• Pain that can be throbbing, aching, shooting, sharp, dull, or burning
  • Limitation in or inability to bend or rotate the back
  • Numbness or tingling in the back, hip, leg, or feet
  • Leg weakness
  • Increased pain when coughing, sneezing, reaching, or sitting
  • Inability to stand up straight; being “stuck” in a position such as stooped forward
  • Pain with sitting and difficulty getting up from a chair
  • Inability to remain in one position for a long period of time, such as sitting or standing, due to pain
  • Pain that is worse in the morning
  • Limping when walking

The pain or other symptoms can occur in one or both limbs. Your pain may present in different locations at different times, and can change depending on your activity or body positioning. For example, pain can lessen or worsen when walking versus sitting, or lying down versus standing up.

How Is It Diagnosed?

Rose City Physical Therapy will conduct a thorough evaluation including a review of your health history. Your therapist will ask you detailed questions about your injury, such as:

  • Do you have loss of control of your bladder or bowel? CAUTION: Contact a medical professional immediately if you experience this condition.
  • How and when did the pain start?
  • At what time of day is it worse?
  • What type of discomfort do you feel, and where do you feel it?
  • What are you unable to do right now in your daily life due to the pain?

Your physical therapist will perform a variety of tests to identify potential complications and assess the severity of your symptoms. These tests are designed to check for symptoms and clinical signs including:

  • Difficulty moving
  • Muscle weakness or tightness
  • Changes in skin sensation (numbness)
  • Changes in reflexes
  • Joint stiffness
  • Changes in posture
  • Difficulty walking or balancing

If your physical therapist finds any of the above problems, physical therapy treatment may begin right away. Our goal at Rose City Physical Therapy is to help get you on the road to recovery and back to your normal activities as quickly and safely as possible.

If testing indicates any concerns, your physical therapist will consult your physician or surgeon regarding the need for special diagnostic testing, such as magnetic resonance imaging (MRI).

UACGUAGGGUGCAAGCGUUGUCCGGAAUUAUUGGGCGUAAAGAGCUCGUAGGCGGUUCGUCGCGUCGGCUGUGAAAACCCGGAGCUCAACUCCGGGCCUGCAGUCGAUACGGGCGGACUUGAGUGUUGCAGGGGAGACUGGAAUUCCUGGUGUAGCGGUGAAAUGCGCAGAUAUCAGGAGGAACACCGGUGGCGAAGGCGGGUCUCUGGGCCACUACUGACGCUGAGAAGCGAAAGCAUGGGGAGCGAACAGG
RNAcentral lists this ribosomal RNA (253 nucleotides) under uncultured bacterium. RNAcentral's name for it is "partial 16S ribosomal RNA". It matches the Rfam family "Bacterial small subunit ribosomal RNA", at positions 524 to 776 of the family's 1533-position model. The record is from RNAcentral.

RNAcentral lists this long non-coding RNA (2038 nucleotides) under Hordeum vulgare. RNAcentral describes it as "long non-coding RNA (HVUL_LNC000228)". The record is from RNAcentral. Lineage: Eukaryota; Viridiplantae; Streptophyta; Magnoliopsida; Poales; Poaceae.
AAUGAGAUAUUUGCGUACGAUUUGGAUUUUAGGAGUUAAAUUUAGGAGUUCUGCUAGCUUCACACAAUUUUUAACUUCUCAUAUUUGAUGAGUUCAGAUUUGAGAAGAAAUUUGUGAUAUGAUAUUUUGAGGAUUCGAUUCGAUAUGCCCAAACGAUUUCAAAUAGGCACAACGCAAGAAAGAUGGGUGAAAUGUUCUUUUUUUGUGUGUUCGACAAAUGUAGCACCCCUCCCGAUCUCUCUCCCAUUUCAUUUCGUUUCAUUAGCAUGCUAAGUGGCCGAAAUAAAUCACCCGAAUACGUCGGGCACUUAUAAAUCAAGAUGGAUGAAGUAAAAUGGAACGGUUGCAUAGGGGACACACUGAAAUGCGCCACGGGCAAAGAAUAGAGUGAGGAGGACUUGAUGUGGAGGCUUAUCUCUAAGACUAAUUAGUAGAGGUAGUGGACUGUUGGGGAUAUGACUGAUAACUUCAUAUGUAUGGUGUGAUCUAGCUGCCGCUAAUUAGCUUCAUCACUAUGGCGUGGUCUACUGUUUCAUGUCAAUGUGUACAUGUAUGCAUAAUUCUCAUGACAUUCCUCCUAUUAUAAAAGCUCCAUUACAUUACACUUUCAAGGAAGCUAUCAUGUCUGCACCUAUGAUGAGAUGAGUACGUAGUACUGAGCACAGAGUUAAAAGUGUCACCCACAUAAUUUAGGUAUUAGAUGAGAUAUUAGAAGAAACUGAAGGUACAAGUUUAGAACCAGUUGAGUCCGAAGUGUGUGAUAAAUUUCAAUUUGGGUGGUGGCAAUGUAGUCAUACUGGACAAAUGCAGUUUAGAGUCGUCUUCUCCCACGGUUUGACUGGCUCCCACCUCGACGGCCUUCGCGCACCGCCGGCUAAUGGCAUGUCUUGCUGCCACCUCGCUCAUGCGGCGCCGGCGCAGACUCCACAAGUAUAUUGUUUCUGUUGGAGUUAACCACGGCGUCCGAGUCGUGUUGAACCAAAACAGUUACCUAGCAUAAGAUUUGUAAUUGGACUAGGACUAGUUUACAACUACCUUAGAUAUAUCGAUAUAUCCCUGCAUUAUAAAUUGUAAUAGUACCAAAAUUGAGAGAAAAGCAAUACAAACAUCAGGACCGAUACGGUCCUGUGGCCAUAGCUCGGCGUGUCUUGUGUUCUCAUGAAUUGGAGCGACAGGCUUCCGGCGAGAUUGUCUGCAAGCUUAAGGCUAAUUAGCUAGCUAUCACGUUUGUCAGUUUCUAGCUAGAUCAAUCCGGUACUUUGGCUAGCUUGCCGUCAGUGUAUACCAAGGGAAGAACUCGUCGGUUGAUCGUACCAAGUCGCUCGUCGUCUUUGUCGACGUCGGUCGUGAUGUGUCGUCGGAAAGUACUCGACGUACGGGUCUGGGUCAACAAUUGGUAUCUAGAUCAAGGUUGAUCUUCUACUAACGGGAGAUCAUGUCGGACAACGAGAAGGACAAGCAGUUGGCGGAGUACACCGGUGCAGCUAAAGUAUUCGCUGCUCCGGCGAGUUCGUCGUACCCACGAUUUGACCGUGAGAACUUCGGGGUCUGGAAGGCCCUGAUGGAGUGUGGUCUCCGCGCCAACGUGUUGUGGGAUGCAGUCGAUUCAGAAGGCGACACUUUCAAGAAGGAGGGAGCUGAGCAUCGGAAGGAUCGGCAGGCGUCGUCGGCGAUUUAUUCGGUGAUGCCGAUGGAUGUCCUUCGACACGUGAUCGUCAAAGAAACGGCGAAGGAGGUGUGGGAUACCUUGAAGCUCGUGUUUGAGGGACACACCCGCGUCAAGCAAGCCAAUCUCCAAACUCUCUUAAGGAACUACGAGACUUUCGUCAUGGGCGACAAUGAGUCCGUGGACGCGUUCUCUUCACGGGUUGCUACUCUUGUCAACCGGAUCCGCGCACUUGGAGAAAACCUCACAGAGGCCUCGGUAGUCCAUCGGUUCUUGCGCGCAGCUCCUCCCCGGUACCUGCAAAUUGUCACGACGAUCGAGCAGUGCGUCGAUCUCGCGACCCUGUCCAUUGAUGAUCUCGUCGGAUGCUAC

Our board-certified physical therapists at Rose City Physical Therapy will work closely with your physicians and other health care providers to ensure you receive an accurate diagnosis, treatment, and the care you need.

How Can a Physical Therapist Help?

In all but the most extreme cases of sciatica, conservative care (such as physical therapy) often produces better, faster, and more cost effective results than surgery or pain medication (such as opioid medication).

Your physical therapist will work with you to design a specific treatment program that will speed up your recovery, including exercises and treatments that you can do at home. Physical therapy will help you return to your normal lifestyle and activities. The time it takes to heal your condition may vary, but improvement can be achieved in 4 to 8 weeks when a proper posture, pain reduction, stretching, and strengthening program is implemented.

During the first 24 to 48 hours following your diagnosis of sciatica, your physical therapist may advise you to:

  • Protect the area by avoiding activity that causes worsening symptoms, such as heavy lifting, sitting, bending and twisting, or standing.
  • Avoid too much bed rest.
  • Stay active around the house, and go on short walks several times per day. Movement will decrease your pain and stiffness, and help you feel better.
  • Apply ice packs to the affected area for 15 to 20 minutes every 2 hours.
  • Sit in supportive, firm chairs. Prolonged resting in soft couches or easy chairs may make your pain worse.
  • Consult with a physician for further services, such as medication or diagnostic tests.

Your physical therapist will educate you about specific exercises designed for patients with sciatica. For example, water exercises can be a great way to stay physically active when other forms of exercise are painful. It’s important to note that some traditional exercises, such as those that involve twisting, bending, or weight lifting may aggravate your sciatica if not conducted with the proper form. We will design an individualized exercise program to reduce your leg pain and meet your specific needs.

Rose City Physical Therapy will work with you to:

Reduce pain and other symptoms. We will help you understand how to avoid or modify the activities that caused the injury, so healing can begin. Your therapist may use different types of treatments and technologies to control and reduce your symptoms. Your treatment, based on your condition, may include specific motion exercises, mechanical
traction, and electrotherapy such as Interferential Current or Transcutaneous Electrical Nerve Stimulation (TENS).

Improve motion. We will choose specific activities and treatments to help restore normal movement. These might begin with “passive” motions that your physical therapist performs for you to move your spine, and progress to active exercises and stretches that you do yourself. You can perform these motions at home and in your workplace to help hasten healing and pain relief.

Improve flexibility. We will determine if any of the involved muscles are tight, start helping you to stretch them, and teach you how to stretch them at home.